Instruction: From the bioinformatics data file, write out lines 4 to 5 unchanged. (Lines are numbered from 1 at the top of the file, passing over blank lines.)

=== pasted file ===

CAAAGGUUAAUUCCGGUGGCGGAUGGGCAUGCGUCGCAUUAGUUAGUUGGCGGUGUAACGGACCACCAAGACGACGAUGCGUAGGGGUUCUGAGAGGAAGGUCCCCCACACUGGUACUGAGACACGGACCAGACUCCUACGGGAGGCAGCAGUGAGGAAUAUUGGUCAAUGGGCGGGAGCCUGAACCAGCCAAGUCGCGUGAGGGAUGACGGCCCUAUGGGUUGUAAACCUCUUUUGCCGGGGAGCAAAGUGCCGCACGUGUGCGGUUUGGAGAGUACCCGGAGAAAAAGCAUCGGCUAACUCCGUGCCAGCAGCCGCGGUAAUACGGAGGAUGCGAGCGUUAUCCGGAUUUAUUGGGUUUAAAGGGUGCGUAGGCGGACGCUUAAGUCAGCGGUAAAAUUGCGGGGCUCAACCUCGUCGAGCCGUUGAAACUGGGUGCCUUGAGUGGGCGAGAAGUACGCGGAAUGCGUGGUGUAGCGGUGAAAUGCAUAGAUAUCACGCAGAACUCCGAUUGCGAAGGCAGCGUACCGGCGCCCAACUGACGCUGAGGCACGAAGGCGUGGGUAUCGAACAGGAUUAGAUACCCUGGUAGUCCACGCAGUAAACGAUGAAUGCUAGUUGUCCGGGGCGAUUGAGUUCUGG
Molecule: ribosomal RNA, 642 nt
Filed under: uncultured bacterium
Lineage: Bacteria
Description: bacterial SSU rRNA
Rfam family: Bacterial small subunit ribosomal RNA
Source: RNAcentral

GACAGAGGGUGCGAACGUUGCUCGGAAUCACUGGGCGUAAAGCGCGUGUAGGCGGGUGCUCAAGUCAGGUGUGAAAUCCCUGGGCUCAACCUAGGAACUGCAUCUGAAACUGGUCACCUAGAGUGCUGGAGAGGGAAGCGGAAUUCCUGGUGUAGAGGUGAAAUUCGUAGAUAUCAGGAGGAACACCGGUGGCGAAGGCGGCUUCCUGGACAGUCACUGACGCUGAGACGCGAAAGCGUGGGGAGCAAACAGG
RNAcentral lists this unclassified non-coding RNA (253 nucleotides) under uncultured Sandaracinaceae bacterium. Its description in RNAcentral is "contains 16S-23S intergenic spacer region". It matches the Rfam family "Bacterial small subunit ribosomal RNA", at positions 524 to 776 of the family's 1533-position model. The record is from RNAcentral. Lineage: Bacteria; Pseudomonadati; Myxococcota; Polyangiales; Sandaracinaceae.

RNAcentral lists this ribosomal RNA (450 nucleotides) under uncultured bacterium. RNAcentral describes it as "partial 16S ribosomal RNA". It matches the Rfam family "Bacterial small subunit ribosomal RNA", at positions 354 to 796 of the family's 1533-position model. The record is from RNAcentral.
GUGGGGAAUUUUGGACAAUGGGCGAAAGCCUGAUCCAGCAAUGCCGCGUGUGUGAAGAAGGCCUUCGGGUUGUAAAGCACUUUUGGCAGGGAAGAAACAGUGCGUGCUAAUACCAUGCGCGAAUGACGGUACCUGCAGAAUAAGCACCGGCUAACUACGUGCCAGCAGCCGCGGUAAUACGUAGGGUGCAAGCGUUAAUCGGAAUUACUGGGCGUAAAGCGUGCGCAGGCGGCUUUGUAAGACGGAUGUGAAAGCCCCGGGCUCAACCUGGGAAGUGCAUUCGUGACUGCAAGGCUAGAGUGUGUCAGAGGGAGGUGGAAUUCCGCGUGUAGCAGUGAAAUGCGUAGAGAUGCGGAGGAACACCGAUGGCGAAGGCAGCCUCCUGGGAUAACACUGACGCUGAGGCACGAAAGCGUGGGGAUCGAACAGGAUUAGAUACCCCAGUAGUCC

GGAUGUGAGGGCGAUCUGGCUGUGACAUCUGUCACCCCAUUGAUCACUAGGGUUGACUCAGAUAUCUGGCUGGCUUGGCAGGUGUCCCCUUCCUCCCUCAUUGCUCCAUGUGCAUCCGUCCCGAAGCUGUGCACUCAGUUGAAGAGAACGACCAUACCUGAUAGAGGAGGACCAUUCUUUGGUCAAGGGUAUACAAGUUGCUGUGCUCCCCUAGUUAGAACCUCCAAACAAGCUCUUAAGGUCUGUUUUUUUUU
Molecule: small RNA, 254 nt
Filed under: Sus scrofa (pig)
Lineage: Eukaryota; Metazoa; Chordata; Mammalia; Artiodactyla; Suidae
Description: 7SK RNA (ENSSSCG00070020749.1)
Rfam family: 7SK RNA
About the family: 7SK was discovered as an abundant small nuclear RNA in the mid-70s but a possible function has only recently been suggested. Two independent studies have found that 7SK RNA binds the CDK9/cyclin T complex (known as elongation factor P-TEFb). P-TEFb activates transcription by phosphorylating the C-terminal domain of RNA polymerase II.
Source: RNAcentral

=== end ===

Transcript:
Lineage: Bacteria
Description: bacterial SSU rRNA